I really enjoy a good ghost story and Dark Matter is a very good ghost story indeed. This had been on my tbr list since I read a number of favourable reviews when the book first came out last year, and the Book God was kind enough to buy me a copy as a present for either Christmas or my birthday (I can’t always remember which as they are so close together).

I had thought to save it for RIP this year but for some reason decided it was just what was needed for a humid and over cast August and was totally gripped by the story as soon as I picked it up.

So it is 1937 and Jack Miller is poor and unhappy and takes up the opportunity to be the radio operator on an expedition to the Arctic. There is tension from the very beginning; there are class issues (everyone else is much more posh than Jack) but he goes along anyway as this is his chance to prove himself – to himself as much as anyone. Through various incidents Jack finds himself alone at their camp on Gruhuken as the sun disappears for months, with only the huskies for company.

Well not only the huskies.

For there is something else on Gruhuken.

This is fabulous stuff. You know right from the outset that the expedition does not go well, that someone is injured and someone dies but not who or how. The bulk of the story is told through Jack’s own journal which gives it an immediacy that a third-person narrative wouldn’t have delivered so well. Whether or not you are afraid of the dark (and I’m not really) the idea of being in a world without the sun for such a long period of time and with no other people around (except for one rather touching interlude) is a daunting prospect to consider. And there is a real sense of foreboding which builds as the story develops.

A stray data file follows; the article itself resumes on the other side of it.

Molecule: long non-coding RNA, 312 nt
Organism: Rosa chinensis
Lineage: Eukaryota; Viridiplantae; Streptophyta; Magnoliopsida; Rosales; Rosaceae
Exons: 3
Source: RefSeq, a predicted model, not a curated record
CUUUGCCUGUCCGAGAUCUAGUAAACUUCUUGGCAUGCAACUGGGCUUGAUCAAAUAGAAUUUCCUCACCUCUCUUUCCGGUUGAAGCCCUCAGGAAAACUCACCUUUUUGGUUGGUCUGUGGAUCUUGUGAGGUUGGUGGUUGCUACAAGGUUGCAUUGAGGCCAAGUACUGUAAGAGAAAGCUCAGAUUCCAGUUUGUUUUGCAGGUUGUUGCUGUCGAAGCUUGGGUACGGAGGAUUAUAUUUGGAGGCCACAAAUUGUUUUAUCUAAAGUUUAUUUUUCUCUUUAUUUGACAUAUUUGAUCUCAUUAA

I am not ashamed to say that this really creeped me out; I was reading in bed and absolutely had to stop, though I devoured the remainder of the story the next day. I found the ending really poignant and have gone back to it a couple of times as it was so affecting and effective.

If you love ghost stories you really must read this; it’s one of my favourite reads of the year so far.

I didn’t know anything about Michelle Paver but understand from Silvery Dude (who has read her back catalogue and has taken a copy of Dark Matter on holiday to France) that she has written a whole series of children’s books and I’m really tempted to give them a try.

But this is one story that will linger with me for a long time.

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